As an example, there is a relatively obscure shooting game for the NES called The Guardian Legend. Once you beat the game, you got access to a special extra gameplay mode. In this mode, you got rewarded with power-ups at the end of each level based on your score: the higher your score, the more power-ups you got for the next level. This is a positive feedback loop: if you get a high score, it gives you more power-ups, which make it easier to get an even higher score in the next level, which gives you even more power-ups, and so on.
Note that in this case, the reverse is also true. Suppose you get a low score. Then you get fewer power-ups at the end of that level, which makes it harder for you to do well on the next level, which means you will probably get an even lower score, and so on until you are so far behind that it is nearly impossible for you to proceed at all.
The thing that is often confusing to people is that both of these scenarios are positive feedback loops. This seems counterintuitive; the second example seems very “negative,” as the player is doing poorly and getting fewer rewards. It is “positive” in the sense that the effects get stronger in magnitude on each iteration.
There are three properties of positive feedback loops that game designers should be aware of:
- They tend to destabilize the game, as one player gets further and further ahead (or behind).
- They cause the game to end faster.
- The put emphasis on the early game, since the effects of early-game decisions are magnified over time.
Feedback loops usually have two steps (as in my The Guardian Legend example) but they can have more. For example, some Real-Time Strategy games have a positive feedback loop with four steps: players explore the map, which gives them access to more resources, which let them buy better technology, which let them build better units, which let them explore more effectively (which gives them access to more resources… and the cycle repeats). As such, detecting a positive feedback loop is not always easy.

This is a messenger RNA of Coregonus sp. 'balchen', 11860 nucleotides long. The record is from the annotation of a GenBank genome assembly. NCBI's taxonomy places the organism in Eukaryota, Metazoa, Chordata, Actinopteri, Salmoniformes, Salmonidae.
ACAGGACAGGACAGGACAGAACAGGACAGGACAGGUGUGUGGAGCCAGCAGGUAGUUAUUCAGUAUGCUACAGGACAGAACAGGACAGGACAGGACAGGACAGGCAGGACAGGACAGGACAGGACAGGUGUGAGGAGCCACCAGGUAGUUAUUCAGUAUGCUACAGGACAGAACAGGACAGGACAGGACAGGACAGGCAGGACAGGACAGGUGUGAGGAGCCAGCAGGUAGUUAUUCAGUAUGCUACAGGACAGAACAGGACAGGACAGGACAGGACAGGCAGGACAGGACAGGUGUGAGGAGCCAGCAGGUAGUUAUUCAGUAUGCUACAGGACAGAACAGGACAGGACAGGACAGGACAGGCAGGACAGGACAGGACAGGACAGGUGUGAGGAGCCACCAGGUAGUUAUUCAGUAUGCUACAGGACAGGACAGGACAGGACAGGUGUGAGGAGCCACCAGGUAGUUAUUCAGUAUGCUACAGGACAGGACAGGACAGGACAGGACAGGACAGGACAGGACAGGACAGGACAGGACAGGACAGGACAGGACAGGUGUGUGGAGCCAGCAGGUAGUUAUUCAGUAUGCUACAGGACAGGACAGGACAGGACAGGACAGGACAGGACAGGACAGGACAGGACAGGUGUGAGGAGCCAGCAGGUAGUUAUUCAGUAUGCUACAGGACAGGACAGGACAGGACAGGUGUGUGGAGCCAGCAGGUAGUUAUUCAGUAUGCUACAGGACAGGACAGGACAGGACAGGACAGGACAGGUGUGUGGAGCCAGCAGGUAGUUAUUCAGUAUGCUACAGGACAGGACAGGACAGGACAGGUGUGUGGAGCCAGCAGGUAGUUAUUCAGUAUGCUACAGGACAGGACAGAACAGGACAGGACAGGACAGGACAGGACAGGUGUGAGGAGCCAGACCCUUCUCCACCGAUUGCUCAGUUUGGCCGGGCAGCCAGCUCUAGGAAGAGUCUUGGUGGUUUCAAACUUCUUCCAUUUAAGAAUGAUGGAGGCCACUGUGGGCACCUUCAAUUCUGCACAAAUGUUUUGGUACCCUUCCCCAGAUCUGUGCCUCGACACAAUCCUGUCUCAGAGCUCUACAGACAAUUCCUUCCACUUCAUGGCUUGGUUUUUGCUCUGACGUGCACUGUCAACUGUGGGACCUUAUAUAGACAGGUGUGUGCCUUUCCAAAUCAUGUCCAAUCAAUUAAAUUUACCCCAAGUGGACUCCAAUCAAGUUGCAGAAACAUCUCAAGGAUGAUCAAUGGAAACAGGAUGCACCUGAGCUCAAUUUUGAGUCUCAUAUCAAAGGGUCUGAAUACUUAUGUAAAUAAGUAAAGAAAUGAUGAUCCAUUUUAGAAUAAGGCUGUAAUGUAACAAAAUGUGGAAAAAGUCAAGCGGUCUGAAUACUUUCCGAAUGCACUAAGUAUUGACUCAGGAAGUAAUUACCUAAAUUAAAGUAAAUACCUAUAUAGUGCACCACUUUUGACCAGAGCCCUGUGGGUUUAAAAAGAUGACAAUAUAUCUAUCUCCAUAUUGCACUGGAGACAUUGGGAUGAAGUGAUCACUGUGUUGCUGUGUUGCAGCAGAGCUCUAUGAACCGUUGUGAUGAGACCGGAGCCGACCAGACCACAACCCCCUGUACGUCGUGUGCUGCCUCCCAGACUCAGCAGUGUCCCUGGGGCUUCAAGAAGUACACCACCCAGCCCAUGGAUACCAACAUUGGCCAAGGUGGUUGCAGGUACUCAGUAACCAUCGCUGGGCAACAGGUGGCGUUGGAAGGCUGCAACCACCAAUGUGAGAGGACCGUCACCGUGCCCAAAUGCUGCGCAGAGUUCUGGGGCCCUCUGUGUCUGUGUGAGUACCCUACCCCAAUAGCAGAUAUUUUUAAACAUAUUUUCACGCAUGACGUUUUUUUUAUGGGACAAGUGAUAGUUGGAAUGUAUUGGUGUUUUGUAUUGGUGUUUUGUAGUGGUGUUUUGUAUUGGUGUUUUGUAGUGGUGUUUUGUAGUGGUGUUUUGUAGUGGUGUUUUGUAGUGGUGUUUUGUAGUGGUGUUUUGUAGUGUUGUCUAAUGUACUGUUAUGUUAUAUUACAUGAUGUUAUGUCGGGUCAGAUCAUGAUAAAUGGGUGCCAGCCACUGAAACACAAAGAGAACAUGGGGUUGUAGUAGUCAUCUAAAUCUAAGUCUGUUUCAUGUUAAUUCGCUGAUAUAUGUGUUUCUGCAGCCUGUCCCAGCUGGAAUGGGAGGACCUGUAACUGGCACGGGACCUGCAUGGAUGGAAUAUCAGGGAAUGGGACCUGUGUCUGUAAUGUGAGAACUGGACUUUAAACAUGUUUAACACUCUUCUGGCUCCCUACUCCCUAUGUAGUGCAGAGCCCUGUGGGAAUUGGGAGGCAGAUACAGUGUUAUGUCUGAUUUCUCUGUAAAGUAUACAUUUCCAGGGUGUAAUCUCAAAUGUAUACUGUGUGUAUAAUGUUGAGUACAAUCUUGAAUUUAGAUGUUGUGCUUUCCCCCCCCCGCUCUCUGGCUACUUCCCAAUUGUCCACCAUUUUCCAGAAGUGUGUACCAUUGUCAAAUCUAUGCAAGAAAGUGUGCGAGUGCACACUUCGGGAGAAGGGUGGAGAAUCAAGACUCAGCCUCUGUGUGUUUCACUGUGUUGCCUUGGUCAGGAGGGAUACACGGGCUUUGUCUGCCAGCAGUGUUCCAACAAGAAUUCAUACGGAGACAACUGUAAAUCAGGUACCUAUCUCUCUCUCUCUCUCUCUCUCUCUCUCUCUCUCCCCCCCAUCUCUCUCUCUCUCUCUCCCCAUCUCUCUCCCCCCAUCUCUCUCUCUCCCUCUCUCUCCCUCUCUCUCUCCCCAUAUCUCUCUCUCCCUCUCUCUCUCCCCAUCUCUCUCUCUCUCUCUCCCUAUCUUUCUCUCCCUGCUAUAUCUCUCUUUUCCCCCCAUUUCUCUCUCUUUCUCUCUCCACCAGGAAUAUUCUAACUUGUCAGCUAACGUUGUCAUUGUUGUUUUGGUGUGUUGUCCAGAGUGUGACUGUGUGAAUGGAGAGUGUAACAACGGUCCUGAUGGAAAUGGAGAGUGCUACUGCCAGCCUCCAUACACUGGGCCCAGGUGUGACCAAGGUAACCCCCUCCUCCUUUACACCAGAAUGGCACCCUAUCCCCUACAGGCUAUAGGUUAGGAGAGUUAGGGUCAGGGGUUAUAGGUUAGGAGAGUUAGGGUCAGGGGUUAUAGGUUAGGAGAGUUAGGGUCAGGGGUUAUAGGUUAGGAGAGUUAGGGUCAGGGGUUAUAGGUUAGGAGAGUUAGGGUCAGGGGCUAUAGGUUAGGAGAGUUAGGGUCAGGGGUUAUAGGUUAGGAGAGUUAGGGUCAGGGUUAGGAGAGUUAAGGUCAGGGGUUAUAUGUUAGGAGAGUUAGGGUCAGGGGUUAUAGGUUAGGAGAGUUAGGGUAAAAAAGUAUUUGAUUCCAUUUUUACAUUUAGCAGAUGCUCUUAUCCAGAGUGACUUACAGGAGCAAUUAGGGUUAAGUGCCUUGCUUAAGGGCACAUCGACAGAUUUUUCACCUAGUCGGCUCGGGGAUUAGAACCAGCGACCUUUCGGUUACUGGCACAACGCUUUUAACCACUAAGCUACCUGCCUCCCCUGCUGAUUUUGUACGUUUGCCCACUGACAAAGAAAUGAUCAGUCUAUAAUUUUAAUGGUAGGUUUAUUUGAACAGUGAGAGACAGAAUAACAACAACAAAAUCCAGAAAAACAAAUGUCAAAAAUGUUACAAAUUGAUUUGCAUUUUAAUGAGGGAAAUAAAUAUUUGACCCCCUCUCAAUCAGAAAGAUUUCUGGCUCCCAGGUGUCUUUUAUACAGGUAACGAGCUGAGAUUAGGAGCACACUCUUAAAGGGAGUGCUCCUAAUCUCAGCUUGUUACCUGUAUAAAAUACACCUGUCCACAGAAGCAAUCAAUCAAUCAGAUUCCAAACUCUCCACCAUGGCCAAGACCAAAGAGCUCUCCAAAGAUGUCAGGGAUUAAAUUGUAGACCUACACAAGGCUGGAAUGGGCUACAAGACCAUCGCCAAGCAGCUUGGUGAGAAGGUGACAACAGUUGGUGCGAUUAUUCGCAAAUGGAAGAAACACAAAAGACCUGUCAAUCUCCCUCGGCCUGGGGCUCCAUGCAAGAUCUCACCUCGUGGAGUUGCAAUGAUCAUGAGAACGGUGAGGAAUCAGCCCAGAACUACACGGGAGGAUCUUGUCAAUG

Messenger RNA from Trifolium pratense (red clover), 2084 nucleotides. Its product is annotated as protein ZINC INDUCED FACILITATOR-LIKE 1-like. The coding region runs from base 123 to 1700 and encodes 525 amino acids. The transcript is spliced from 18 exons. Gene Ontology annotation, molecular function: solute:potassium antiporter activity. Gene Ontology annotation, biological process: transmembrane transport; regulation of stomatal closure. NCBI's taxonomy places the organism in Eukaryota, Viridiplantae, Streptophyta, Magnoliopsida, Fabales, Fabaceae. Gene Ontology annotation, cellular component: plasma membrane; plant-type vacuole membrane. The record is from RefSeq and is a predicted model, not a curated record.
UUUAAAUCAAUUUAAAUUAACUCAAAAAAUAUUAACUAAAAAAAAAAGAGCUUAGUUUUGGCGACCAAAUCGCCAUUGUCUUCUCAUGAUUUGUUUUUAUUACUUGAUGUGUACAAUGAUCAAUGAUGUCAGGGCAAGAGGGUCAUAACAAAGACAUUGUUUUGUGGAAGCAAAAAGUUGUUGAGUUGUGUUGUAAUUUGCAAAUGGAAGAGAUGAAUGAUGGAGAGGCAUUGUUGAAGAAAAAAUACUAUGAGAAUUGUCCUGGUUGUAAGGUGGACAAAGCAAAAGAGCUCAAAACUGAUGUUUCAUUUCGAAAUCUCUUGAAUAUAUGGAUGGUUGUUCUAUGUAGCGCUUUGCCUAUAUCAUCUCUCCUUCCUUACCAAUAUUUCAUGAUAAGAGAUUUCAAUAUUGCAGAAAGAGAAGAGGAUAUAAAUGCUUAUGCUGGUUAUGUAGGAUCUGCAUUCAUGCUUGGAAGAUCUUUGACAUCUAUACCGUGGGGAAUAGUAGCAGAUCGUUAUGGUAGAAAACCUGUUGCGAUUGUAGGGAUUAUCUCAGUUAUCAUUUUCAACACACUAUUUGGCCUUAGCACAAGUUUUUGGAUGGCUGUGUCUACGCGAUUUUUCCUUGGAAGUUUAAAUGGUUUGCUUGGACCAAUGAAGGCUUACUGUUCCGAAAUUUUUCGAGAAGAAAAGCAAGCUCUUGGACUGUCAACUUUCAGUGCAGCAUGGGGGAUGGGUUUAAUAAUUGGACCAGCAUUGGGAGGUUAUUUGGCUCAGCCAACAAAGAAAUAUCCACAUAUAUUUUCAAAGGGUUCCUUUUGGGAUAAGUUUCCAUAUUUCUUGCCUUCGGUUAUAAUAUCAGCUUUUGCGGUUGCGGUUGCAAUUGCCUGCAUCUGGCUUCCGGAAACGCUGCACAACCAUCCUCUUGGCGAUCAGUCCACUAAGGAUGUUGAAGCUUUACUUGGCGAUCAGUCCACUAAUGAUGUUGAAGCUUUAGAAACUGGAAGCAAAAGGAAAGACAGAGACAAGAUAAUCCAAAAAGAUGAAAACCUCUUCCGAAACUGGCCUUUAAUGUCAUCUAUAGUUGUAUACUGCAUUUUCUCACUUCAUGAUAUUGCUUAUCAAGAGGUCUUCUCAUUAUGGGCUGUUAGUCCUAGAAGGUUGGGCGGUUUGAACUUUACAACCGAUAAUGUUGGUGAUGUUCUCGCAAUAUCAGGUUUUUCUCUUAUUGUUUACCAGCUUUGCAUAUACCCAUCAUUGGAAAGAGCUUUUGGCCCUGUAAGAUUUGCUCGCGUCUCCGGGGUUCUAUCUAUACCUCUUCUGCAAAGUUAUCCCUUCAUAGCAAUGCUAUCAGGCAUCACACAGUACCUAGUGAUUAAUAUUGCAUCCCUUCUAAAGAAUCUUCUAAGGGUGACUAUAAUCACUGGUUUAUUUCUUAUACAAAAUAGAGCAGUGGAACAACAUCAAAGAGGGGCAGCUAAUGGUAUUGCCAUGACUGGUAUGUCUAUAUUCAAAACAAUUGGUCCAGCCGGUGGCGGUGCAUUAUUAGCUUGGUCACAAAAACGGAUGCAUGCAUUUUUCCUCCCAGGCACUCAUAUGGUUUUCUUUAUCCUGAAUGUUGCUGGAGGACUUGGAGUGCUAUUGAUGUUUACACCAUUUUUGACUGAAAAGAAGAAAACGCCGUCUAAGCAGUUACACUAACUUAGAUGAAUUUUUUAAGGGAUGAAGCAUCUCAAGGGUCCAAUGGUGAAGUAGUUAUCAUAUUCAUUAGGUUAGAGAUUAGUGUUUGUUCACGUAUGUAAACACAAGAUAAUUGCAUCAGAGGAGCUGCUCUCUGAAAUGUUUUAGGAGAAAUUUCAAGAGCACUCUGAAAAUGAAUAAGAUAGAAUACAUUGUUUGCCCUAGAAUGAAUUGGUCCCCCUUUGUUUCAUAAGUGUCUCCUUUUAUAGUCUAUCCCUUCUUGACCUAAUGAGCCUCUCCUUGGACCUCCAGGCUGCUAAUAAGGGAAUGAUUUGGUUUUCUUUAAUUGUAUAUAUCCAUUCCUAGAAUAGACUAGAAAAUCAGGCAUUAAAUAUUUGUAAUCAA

Here are some other examples of positive feedback loops that you might be familiar with:
- Most “4X” games, such as the Civilization and Master of Orion series, are usually built around positive feedback loops. As you grow your civilization, it lets you generate resources faster, which let you grow faster. By the time you begin conflict in earnest with your opponents, one player is usually so far ahead that it is not much of a contest, because the core positive feedback loop driving the game means that someone who got ahead of the curve early on is going to be much farther ahead in the late game.
- Board games that feature building up as their primary mechanic, such as Settlers of Catan. In these games, players use resources to improve their resource production, which gets them more resources.
- The physical sport Rugby has a minor positive feedback loop: when a team scores points, they start with the ball again, which makes it slightly more likely that they will score again. The advantage is thus given to the team who just gained an advantage. This is in contrast to most sports, which give the ball to the opposing team after a successful score.
Negative feedback loops are, predictably, the opposite of positive feedback loops in just about every way. A negative feedback loop is a balancing relationship. When something happens in the game (such as one player gaining an advantage over the others), a negative feedback loop makes it harder for that same thing to happen again. If one player gets in the lead, a negative feedback loop makes it easier for the opponents to catch up (and harder for a winning player to extend their lead).
As an example, consider a “Kart-style” racing game like Mario Kart. In racing games, play is more interesting if the player is in the middle of a pack of cars rather than if they are way out in front or lagging way behind on their own (after all, there is more interaction if your opponents are close by). As a result, the de facto standard in that genre of play is to add a negative feedback loop: as the player gets ahead of the pack, the opponents start cheating, finding better power-ups and getting impossible bursts of speed to help them catch up. This makes it more difficult for the player to maintain or extend a lead. This particular feedback loop is sometimes referred to as “rubber-banding” because the cars behave as if they are connected by rubber bands, pulling the leaders and losers back to the center of the pack.